REVEALED: Labour Party leader Alan Kelly’s involvement in greyhound racing

14 Jan

alan kelly greyhound owner copy

The leader of the Labour Party is the owner of a greyhound used in racing, it has emerged.

Alan Kelly TD, who backs massive government grants to greyhound racing and has praised those involved in racing as “some of the most decent and honourable people one will ever meet” is the co-owner of the greyhound named “Akay Forty Seven”.

WexfordToday has reported that “the leader of the Labour Party, Alan Kelly is the owner of a black bitch called ‘AKAY FORTY SEVEN’ who has won 3 of her 4 starts to date. Kelly owns the dog in partnership with Sean Bourke, Clonmel. The Bourke family operate one of the most successful studs in the country, where they have stood some top class stud dogs for decades.”

The Greyhound Racing Ireland website shows that the Tipperary TD’s 2-year-old greyhound has been entered into seven races at Clonmel and Shelbourne Park tracks between 3rd July and 19th December 2020, with €1,055 in prize money.

In 2018, Deputy Kelly voted in favour of the Horse and Greyhound Racing Fund Regulations which granted €16.8 million of taxpayers’ money to greyhound racing. In December 2020, he stated in a Dail speech that he and the Labour Party “will be supporting” a massive increase in funding to horse and greyhound racing. The two were granted €96 million for 2021 – €76.8 for horse racing and €19.2 million for greyhound racing.

The latest grant for greyhound racing was €2.4 million more than the amount handed out in 2020. Since 2001, Greyhound Racing Ireland (formerly the Irish Greyhound Board) has received more than quarter of a billion euros in state funding.

Alan Kelly TD is involved in greyhound racing despite shocking revelations about cruelty and killing. The award-winning RTE documentary “Greyhounds running for their lives” revealed that thousands of greyhounds are killed every year simply because they are not fast enough. It included shocking scenes of dogs being delivered to a knackery where they were shot in the head and dumped in a skip. One shot dog was seen writhing on the ground in agony as his merciless owner drove away.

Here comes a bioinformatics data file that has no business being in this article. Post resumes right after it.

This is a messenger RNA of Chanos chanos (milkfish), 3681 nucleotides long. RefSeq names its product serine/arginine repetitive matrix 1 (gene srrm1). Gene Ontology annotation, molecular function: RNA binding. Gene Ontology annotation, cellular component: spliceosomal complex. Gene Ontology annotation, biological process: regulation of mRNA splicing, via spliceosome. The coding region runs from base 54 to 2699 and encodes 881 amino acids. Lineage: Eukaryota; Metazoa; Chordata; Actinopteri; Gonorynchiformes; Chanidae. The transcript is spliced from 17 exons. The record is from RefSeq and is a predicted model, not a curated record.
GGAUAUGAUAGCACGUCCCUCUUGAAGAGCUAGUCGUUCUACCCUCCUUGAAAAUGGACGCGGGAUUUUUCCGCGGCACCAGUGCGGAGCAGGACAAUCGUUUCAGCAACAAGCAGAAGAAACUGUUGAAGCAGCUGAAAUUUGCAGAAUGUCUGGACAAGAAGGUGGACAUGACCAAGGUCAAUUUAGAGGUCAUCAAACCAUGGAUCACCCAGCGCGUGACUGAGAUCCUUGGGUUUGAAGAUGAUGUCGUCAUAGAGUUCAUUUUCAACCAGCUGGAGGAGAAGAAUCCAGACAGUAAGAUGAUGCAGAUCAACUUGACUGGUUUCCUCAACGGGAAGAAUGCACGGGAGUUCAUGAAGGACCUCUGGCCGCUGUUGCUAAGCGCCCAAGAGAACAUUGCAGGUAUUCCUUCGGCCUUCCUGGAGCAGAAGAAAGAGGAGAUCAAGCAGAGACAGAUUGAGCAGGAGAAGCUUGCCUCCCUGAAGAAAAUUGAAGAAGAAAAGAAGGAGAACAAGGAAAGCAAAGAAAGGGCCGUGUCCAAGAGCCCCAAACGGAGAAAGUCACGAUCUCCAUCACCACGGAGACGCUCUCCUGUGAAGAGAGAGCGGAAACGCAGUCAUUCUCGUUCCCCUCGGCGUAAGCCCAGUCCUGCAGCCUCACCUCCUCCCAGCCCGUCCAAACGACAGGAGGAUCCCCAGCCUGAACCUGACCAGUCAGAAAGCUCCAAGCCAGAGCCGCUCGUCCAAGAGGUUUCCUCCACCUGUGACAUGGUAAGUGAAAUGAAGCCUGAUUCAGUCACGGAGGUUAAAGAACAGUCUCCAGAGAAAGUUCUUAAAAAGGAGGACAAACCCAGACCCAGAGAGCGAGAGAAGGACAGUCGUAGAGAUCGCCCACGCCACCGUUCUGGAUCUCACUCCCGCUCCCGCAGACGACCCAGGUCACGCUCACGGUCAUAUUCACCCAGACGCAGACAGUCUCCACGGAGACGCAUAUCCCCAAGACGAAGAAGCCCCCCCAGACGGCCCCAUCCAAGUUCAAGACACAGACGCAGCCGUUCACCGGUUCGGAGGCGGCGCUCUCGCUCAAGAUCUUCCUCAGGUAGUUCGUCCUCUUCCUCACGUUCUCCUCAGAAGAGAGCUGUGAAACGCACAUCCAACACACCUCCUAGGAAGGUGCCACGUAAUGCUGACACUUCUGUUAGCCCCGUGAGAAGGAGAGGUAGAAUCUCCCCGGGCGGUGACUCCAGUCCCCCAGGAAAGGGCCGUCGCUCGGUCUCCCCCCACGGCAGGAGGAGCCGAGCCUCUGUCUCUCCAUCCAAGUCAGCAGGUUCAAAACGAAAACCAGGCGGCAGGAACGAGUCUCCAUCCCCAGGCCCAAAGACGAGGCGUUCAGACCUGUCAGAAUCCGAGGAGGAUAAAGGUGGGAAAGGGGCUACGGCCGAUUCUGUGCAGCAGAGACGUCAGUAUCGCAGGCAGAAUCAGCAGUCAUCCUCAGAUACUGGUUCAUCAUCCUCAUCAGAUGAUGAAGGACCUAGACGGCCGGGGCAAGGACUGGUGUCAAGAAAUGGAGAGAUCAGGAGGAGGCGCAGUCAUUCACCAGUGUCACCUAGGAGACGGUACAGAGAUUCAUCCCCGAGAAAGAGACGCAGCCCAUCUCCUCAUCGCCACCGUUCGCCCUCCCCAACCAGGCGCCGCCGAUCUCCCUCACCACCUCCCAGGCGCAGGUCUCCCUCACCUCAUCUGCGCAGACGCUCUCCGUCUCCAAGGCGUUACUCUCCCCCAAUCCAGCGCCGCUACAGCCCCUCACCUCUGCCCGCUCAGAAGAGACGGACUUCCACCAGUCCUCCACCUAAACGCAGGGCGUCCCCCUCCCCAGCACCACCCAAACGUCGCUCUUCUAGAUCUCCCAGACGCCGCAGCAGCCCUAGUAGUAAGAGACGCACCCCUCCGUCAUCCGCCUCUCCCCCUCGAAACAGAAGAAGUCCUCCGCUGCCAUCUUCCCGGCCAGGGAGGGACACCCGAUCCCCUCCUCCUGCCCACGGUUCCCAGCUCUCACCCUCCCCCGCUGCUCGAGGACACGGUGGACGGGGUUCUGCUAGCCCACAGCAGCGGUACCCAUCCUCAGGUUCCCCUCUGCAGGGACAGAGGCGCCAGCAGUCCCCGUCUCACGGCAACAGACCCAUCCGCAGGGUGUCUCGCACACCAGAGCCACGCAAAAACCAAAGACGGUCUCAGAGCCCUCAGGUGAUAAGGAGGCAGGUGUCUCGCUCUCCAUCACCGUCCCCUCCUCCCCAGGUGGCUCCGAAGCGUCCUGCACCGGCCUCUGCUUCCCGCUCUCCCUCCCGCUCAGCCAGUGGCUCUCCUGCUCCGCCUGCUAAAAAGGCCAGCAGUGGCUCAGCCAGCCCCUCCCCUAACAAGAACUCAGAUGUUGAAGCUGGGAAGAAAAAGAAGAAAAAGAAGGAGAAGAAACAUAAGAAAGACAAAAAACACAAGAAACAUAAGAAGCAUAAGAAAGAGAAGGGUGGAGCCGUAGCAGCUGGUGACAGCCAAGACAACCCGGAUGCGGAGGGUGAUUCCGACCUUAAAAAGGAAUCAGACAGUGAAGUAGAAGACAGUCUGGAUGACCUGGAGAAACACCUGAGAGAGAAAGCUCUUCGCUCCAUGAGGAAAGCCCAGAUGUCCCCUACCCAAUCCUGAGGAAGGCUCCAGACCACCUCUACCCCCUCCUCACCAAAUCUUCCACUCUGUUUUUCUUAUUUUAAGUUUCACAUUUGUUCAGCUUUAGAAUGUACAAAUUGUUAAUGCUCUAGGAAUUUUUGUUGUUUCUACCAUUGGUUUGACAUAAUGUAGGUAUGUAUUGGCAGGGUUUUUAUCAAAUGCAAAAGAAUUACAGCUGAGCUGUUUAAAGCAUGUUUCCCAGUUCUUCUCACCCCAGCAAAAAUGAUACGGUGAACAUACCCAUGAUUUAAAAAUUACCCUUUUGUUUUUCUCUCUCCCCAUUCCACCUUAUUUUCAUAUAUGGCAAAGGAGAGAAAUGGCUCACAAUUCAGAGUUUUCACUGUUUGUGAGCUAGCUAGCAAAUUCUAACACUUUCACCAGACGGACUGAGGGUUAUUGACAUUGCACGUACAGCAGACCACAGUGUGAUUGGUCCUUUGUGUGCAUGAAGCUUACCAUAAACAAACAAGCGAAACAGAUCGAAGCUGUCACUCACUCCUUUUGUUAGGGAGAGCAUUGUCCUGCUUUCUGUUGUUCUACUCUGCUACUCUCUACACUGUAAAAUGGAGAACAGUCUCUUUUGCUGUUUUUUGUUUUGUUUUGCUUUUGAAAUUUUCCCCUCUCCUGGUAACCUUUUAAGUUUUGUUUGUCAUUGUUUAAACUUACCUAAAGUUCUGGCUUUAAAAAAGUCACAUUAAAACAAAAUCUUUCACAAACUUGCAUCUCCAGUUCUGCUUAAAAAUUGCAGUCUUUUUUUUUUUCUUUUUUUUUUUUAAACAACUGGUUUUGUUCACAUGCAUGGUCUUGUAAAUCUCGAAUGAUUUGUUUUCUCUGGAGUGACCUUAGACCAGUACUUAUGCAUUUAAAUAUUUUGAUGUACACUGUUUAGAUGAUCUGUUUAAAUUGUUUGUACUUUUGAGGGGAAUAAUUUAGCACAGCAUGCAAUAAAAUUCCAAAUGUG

At the time, the Labour leader condemned the “disgraceful scenes” but in the same speech went on to say that “I am someone who supports the greyhound industry. I support the many good people, particularly in my county, who are huge lovers of the industry, work hard and do things in the right way.”

RTE’s documentary featured the contents of a damning report which the Irish Greyhound Board attempted to hide. It revealed that around 6,000 greyhounds are killed every year because they don’t make the grade. The report estimated that a total of 17,962 greyhounds were culled in 2013, 2014 and 2015. They were killed for “failure to produce qualifying times”, “failure to produce desired entry level times” and for an “unacceptable decline in performance”.

Akay Forty Seven’s most recent race was on the weekend before Christmas at Shelbourne Park stadium – one of the worst tracks in Ireland for injuries and deaths. At least 184 greyhounds suffered injuries there and 44 were killed by a track vet over the past six years alone, sickening Greyhound Racing Ireland statistics show. Among the victims are a greyhound who collapsed after a race and died of a heart attack and another who was carried away bleeding with a leg bone “popped out”.


Ask Alan Kelly TD why, despite the inherent cruelty and killing in greyhound racing, he is continuing to support and involve himself in it.

Alan Kelly TD
Leader, Labour Party
Tel (01) 618 3229

Lodge a complaint with The Labour Party’s about its leader’s connection to an activity that causes so much suffering and death to dogs.

The Labour Party
2 Whitefriars, Aungier Street,
Dublin 2, Ireland. D02 A008

Tel: +353 1 6784700

Please sign and share petitions

Irish Government: Stop Giving Millions of Euro to Cruel Greyhound Racing

Tell Gain Pet Nutrition to Stop Sponsoring Greyhound Racing

Irish Government grants to greyhound racing

2001 €11,777,583
2002 €13,613,163
2003 €12,837,200
2004 €13,382,800
2005 €13,670,000
2006 €14,012,000
2007 €14,572,000
2008 €15,257,000
2009 €13,625,600
2010 €11,852,800
2011 €11,460,000
2012 €11,258,000
2013 €11,004,000
2014 €10,844,000
2015 €13,600,000
2016 €14,800,000
2017 €16,000,000
2018 €16,000,000
2019 €16,800,000
2020 €16,800,000
2021 €19,200,000

Total: €292 Million (€0.292 Billion)

Source: Department of Agriculture

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